Pau Gasol

Pau Gasol says players saying he’s soft just talking, jealous

22 Comments

When at the end of the Lakers win over the Clippers last week Pau Gasol reached out and rubbed Chris Paul’s head and Paul took offense, he turns at one point to Kobe and says, “he’s soft.”

Gasol has been hearing the soft thing since before he was drafted. From coaches, players (Kendrick Perkins, Amare Stoudemire), particularly Lakers fans. Stood up to Dwight Howard in the finals one year (Andrew Bynum was out) and fans are calling Gasol soft before training camp ends the next year. Heck, Pau probably hears it from his brother.

What does he say to all that? He doesn’t care, other guys are just talking He’s got rings. Other players are jealous.

Here is the quote, from 790 The Ticket in Miami with Dan Le Batard (via Sports Radio Interviews).

“Sometimes I believe it is guys just talking for the heck of talking. They got nothing better to say and other times I believe there is a little bit of jealousy at times, but I can’t really control what other people say. I can control what I do and what I have been doing throughout my career, which has been very successful and help my team beat better teams. That is as much as I can control and that’s what I focus 100% on, so the rest of the stuff is a couple of guys talking here or there. It does not affect me or interfere with my life.”

“Again it is something that it is brought up after three consecutive finals and two championships. Those thoughts kind of went away with the two championships, but again I play.”

I think there is a difference between being soft and having a finesse game. I don’t expect all my big men to play like Dwight Howard. Gasol is a finesse player, and he’s got better touch and moves around the post than any other big in the league. But he has some fight in him. He may not be demonstrative, but he’s got fight. Go back and watch those finals. He’s not soft. And a lot of guys are jealous.

Cavaliers keep re-watching their Game 7 victory over the Warriors

OAKLAND, CA - JUNE 19:  Kyrie Irving #2 of the Cleveland Cavaliers shoots a three-point basket against the Golden State Warriors in Game 7 of the 2016 NBA Finals at ORACLE Arena on June 19, 2016 in Oakland, California. NOTE TO USER: User expressly acknowledges and agrees that, by downloading and or using this photograph, User is consenting to the terms and conditions of the Getty Images License Agreement.  (Photo by Ronald Martinez/Getty Images)
Ronald Martinez/Getty Images
Leave a comment

The Cavaliers’ win over the Warriors in Game 7 of the NBA Finals was an all-timer.

LeBron James bringing a championship to title-starved Cleveland, the Cavs topping the 73-win defending champions who’d built a 3-1 lead, Kyrie Irving‘s shot, Kevin Love‘s defensive stand – the game had it all.

The Cavaliers obviously enjoyed it. And enjoyed it, and enjoyed it and…

LeBron James, via Brian Windhorst of ESPN:

“I’ve seen it a few times,” James said. “It was on NBA TV throughout the summer. I watch it from a fan’s perspective. I see what we could’ve done better, but I also watch it for enjoyment, to see those three zeros on the clock.”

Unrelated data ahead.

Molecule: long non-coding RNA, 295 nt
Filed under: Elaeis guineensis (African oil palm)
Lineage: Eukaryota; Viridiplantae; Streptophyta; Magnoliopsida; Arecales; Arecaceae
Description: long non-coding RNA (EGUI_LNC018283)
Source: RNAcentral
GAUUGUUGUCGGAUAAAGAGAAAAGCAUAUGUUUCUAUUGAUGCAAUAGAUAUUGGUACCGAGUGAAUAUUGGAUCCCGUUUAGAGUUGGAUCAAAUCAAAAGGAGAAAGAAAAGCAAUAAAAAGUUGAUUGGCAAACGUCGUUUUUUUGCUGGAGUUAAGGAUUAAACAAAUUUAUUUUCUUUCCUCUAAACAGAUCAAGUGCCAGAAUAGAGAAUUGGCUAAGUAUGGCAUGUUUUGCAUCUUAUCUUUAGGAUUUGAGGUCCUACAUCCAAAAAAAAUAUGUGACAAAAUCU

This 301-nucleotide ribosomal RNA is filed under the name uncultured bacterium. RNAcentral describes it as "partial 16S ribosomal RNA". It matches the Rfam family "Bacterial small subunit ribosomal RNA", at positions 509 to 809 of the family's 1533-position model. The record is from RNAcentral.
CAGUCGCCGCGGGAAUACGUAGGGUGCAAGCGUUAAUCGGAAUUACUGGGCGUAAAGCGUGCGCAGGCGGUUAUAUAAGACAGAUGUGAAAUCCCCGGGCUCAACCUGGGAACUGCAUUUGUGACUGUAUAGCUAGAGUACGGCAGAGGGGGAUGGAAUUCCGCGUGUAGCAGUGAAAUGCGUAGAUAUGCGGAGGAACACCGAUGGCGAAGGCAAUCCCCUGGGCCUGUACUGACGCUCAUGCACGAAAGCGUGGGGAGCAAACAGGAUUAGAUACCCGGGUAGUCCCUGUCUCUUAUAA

Irving, via Windhorst:

“I was rewatching the games and talking to my teammates about it, sending them snapchats of me watching,” Irving said. “I got chills. My stomach was dropping knowing the ball is going in but knowing exactly, emotionally how I felt at the time. It still gets me excited thinking about it. It’s such a huge moment for not only Cleveland but our team, our families, our friends.”

Iman Shumpert, via Windhorst:

“I’ve watched it over and over,” Iman Shumpert said. “Oh, it was enjoyable.”

At some point, the Cavs have to refocus on the upcoming season. Maybe they already have.

But I’m not going to tell them to stop reliving Game 7. It was a big deal. Enjoy it.

This can even be healthy if it motivates them to chase that euphoric feeling again.

And if it just distracts them from their goal of repeating? There are worse things – like being stuck on a Game 7 loss.

Report: Rockets give Gary Payton II fully guaranteed salary

TARRYTOWN, NEW YORK - AUGUST 07:  Gary Payton II #0 of the Houston Rockets poses for a portrait during the 2016 NBA Rookie Photoshoot at Madison Square Garden Training Center on August 7, 2016 in Tarrytown, New York. NOTE TO USER: User expressly acknowledges and agrees that, by downloading and/or using this Photograph, user is consenting to the terms and conditions of the Getty Images License Agreement. Mandatory Copyright Notice: Copyright 2016 NBAE  (Photo by Nick Laham/Getty Images)
Nick Laham/Getty Images
2 Comments

The Rockets scooped up undrafted point guard Gary Payton II shortly after the draft ended.

How did they do it?

Fully guaranteeing his deal, according to Eric Pincus of Basketball Insiders.

I rated Payton a borderline first-rounder coming out of Oregon State, but he went undrafted. Perhaps, the league just deemed him unworthy. Or maybe the teams that liked him most weren’t positioned to draft him. Or maybe teams opted for lesser players in the second round who were willing to spend a year overseas or in the D-League.